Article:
Writers' early careers are characterized by a sort of inconsistent confidence, a herky-jerky belief in themselves and their divinely appointed mission interspersed with paralyzing instances of clarity wherein they recognize that they have no earthly idea what they're doing. They'll be infatuated with an historical literary moment and stay up all night imitating its exemplars. Kerouac frequently figures in this process. Plath, too. It'll all mean a lot of false starts and questionable efforts, but there'll be a high volume of output, and the law of averages allows that some small percentage of the yield might not be half bad. Somebody in a position of so-called import – a “real” writer, a teacher – will say as much, and the young hopeful will be flush with a sudden filament-hot belief. The confidence thereby engendered tends to be of a janky, off-kilter variety, like the spin cycle's progressing as intended but the drum's off balance and making that kicking sound and the whole unit's kind of skipping gradually across the floor toward the furnace. But no matter; great things lie ahead.
Here's where many of us take that leap of faith and begin to self-define as, yup, Writers, announcing this allegiance – this calling – to the world unabashedly. The role comes to define us, and to colour family meals during significant holidays. It runs along the lines of, “So you want to be a writer, huh?” with a counterpoint of, “I am a writer, dad.”
Maybe this constitutes faking it. If so, go ahead and fake it hard. Any early and too bright confidence, even if unearned, might prove to be bankable, I want to think, against those innumerable midcareer instances of dread, the sense that your B.S. detector is still in one gleaming piece, but running an old, unsupported version of Windows. The machinery grows old and unreliable, or so it seems in post-midnight ceiling-staring sessions, the components no longer meeting plumb, their fits grown awkward, their lubricants dried and gone. Or potentially worse, the technology remains as reliable as a solid-state transistor, idiosyncratic but functioning, but the idea-fuel's all spent.
That's the danger, or anyway the fear. To be in the company of writers is to be surrounded by those nursing cases of imposter syndrome in varying degrees of severity, and/or a collection of the swivel-necked in constant, nervy pivot to see what's coming up behind them. The exceptions to all this, those few who know no fear, and who are steadfast in their self-assurance, are just about insufferable. You can spot them easily enough; they're likely to be the decrepit ones who'll shower you in dicta and directives, hard and fast rules by which they'll insist you stand, adherence measured in the production of lines they can compare to old masters.
No one's getting rich off this, or anyway no one on the extraction end of things, if we're speaking in terms of words as natural resource. Only those who make the machines which draw the words from the earth, or the oceans, or the atmosphere. Only those who control the sale of the refined product. In this industry all the old models from which you may choose are in their unique ways bankrupt and disproven, so make up your own. That's all any of us are doing anyway. You get so few chances to invent yourself in this life, so seize this one.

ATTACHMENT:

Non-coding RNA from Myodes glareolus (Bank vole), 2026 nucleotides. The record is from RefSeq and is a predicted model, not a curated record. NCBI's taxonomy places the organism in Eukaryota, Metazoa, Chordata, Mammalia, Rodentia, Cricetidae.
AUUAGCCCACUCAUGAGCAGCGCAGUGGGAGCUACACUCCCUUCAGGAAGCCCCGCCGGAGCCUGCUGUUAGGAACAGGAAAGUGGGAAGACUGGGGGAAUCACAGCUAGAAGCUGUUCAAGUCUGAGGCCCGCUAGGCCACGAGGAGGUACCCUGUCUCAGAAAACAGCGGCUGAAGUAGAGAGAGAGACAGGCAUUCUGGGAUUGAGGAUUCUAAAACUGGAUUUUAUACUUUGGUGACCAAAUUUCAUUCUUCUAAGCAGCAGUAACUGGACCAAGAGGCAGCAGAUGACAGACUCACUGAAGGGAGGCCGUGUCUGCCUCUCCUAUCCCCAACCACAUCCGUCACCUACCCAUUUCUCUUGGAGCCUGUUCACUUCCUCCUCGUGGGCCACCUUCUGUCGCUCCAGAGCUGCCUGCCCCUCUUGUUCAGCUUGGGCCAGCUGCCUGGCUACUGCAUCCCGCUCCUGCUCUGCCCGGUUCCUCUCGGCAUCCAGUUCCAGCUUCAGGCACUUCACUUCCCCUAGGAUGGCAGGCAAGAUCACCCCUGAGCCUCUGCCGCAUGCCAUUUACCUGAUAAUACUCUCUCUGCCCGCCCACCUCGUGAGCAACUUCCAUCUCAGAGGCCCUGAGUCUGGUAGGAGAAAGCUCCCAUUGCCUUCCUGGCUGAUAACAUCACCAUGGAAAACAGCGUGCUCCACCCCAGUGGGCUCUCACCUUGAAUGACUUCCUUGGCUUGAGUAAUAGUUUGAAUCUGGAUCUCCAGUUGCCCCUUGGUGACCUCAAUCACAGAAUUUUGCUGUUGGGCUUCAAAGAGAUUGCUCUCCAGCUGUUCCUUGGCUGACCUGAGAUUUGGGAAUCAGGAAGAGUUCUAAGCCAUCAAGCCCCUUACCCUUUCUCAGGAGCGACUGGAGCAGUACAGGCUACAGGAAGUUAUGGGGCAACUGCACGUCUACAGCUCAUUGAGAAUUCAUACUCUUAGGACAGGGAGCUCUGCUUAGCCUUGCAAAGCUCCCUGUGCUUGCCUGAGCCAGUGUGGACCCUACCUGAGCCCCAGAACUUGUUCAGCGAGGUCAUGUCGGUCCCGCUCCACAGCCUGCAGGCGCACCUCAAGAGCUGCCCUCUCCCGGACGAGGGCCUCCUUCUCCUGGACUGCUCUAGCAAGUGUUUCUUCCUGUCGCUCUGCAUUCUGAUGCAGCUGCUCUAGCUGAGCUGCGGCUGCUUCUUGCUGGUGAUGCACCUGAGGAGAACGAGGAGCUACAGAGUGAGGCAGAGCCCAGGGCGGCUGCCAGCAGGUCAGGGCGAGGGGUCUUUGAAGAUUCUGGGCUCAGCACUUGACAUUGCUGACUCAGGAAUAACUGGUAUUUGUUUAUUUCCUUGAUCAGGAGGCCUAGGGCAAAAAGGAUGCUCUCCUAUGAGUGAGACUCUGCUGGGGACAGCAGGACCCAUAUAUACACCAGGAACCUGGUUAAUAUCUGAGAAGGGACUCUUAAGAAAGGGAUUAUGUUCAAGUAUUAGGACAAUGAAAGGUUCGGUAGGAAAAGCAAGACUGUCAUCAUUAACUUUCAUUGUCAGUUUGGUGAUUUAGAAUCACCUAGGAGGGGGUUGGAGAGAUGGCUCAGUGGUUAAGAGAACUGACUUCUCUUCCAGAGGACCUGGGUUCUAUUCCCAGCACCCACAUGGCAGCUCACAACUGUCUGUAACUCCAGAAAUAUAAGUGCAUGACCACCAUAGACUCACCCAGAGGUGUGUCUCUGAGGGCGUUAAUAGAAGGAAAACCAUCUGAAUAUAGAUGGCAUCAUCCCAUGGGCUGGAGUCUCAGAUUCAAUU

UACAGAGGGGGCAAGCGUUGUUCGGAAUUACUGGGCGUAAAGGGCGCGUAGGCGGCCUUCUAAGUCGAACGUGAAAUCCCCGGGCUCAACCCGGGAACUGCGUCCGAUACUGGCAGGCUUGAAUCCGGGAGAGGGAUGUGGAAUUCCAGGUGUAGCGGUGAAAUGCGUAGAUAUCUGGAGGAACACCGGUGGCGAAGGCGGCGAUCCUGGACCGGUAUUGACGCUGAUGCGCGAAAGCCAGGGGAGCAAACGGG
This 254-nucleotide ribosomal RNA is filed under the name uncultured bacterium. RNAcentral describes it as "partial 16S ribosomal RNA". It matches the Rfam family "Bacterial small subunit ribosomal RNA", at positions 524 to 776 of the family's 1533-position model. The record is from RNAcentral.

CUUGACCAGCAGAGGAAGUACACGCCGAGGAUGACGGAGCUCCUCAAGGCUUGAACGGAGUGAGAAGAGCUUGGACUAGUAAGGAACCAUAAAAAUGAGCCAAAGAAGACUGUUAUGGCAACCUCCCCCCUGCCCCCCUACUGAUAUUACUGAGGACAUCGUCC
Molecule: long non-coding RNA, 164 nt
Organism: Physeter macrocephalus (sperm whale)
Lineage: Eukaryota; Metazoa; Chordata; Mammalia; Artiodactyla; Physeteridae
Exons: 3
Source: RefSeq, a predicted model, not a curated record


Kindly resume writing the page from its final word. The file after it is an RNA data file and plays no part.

You're an apprentice only to yourself in these early years. There is no one to convey legitimacy upon you. There will those who claim to do so, or to have the authority to stamp you as such, but that authority is itself illegitimate. It's a shell game in a subway station and your train just pulled screechily in.
There will be bad words, a ton of them, which you'll be serving to burn off. This is necessary. Cleaning out the gunk. When you buy a new Brita filter you have to flush it out upon installation. Think of this as that, but treat all the water as the pure stuff. Talk large. Work larger. We make ourselves and are made by the work, but the process needn't be glaringly public. Put on the face that you one day hope to honestly possess. Make notes toward an acceptance speech. Call your mistakes experiments, but file them away as experience. You'll be wrong in much of this, but it doesn't matter. Coast on the confidence when it so rarely visits – gorge on it – and fake it when it doesn't. Call yourself whatever you want, and then invest your all in becoming it. Those ahead of you will chortle and grumble and they may even talk. Let them. What do their words mean to you? You'll eventually become what they are not and could never be: you. And by the time they realize that, it'll be too late.
The views expressed in the Writer-in-Residence blogs are those held by the authors and do not necessarily reflect the views of Open Book: Toronto.
The views expressed in the Writer-in-Residence blogs are those held by the authors and do not necessarily reflect the views of Open Book.
Andrew Forbes’s work has been nominated for the Journey Prize, and has appeared in The Feathertale Review, Found Press, PRISM International, The New Quarterly, Scrivener Creative Review, This Magazine, Hobart, The Puritan, All Lit Up, The Classical, and Vice Sports. He is the author of What You Need, a collection of fiction, and The Utility of Boredom: Baseball Essays. He lives in Peterborough, Ontario.